systems would typically not be required.
7Our November 1996 report provides additional information on the policy
implications associated with using tenant-based versus project-based Section
8 assistance.
4                                   GAO/RCED-97-202R HUD's PortfolUo Reengineering
    B-277410

    SCOPE AND METHODOLOGY

    The information provided is based on our prior review of Ernst & Young's study
    and on our analysis of the data developed as a part of that study.8 We
    discussed the results of our analysis with cognizant Ernst & Young officials and
    with officials in HUD's Office of Multifamily Housing. We performed this
    review from June through July 1997 in accordance with generally accepted
    government auditing standards.



    Please call me on (202) 512-7631 if you or your staff have any questions. Major
    contributors to this report include Rick Hale, Christine Fishkin, Austin Xelly,
    Mark Egger, and Leigh Ward.

    Sincerely yours,




    Judy A. England-Joseph
    Director, Housing and Community
      Development Issues

    Enclosure




    8See   footnote 1.
5                                     GAO/RCED-97-202R HUD's Portfolio Reengineering
ENCLOSURE I                                                                         ENCLOSURE I

                   MONTHLY RENTS NEEDED PER UNIT FOR PROJECTS WITH
                      NEGATIVE ADJUSTED 1NET OPERATING INCOMES


                                                           Rent
    Count of                                       needed for
    properties          Monthly                        positive
    with             shortfall in                   cash flow                     Percentage
    negative           adjusted                        (sum of                       of area's
    adjusted net             net     Estimated    shortfall and         Area's   FMR needed
    operating         operating       average       estimated         average     for positive
    income              income      market rent   market rent)           FMR        cash flc v
    1                     ($64)          $411           $475            $757               63
    2                       (34)          363             397            570               70
    3                       (12)          369            381             518               74
    4                       (86)          559            645             856               75
    5                        (4)          646            650             847               77
    6                      (28)           621            649             822               79
    7                        (9)          394            403             500               81
    8                      (37)           365            402             487               82
    9                        (9)          468            477             576               83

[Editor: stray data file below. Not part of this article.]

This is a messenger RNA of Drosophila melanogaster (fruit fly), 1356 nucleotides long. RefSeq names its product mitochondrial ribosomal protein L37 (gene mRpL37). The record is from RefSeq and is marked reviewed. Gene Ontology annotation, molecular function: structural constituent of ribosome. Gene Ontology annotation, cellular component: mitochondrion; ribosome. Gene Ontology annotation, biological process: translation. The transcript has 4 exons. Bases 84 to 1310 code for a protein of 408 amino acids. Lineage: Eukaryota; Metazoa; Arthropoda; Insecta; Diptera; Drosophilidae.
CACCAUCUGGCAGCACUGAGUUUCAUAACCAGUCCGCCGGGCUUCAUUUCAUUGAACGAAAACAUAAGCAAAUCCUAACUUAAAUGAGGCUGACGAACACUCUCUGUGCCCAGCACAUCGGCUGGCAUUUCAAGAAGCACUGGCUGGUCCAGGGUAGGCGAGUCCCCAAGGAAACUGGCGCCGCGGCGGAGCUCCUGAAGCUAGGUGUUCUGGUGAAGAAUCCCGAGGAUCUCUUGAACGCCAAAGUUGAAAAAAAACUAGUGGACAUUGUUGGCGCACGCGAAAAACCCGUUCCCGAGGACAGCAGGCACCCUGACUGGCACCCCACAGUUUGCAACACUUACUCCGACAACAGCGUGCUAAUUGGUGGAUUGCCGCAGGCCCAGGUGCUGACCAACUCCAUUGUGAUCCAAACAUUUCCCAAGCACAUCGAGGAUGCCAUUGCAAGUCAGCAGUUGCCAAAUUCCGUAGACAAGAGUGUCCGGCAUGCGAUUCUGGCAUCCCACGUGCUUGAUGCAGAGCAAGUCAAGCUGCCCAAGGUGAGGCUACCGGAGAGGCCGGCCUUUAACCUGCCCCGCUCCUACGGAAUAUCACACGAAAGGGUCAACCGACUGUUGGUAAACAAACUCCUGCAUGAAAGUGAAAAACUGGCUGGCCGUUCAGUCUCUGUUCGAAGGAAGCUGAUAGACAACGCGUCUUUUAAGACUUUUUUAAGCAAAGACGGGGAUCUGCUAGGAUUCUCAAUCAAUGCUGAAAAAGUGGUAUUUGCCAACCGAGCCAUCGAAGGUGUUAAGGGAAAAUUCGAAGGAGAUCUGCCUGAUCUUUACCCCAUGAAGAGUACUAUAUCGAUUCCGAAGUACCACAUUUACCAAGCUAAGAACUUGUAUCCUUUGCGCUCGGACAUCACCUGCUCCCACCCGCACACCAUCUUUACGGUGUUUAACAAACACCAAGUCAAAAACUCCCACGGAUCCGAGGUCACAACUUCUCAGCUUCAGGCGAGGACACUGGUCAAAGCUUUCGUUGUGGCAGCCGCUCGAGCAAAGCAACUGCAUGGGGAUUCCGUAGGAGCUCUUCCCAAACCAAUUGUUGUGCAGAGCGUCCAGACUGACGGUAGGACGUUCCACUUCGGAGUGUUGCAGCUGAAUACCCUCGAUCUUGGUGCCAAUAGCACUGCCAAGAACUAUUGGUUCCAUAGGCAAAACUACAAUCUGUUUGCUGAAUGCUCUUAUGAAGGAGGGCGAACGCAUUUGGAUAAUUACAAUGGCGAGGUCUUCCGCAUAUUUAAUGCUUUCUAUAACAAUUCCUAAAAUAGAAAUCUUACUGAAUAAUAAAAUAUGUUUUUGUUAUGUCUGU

10                       (6)          308            314             379               83
    11                     (70)           556            626             749               84
    12                       (2)          336            338             386               88
    13                     (24)           432            456             511               89
    14                     {42)           553            595             666               89
    15                     (<1)           348            348             388               90
    16                    (112)           614            726             808               90
    17                     (65)           688            753             827               91
    18                     (41)           270            311             329               95
    19                    (197)           480            677             713               95
    20                     (40)           401            441             463               95
    21                    (187)           281            468             488               96
    22                     (<1)           311            311             323               96
    23                    (170)           607            777             802               97


6                                                 GAO/RCED-97-202R HUD's Portfolio Reengineering
ENCLOSURE I                                                                       ENCLOSURE I


    Count of
                                                1|       Rent
                                                  needed for
    properties        Monthly                         positive
    with           shortfall in                    cash flow                    Percentage
    negative         adjusted                         (sum of                      of area's
    adjusted net           net     Estimated     shortfall and        Area's   FMR needed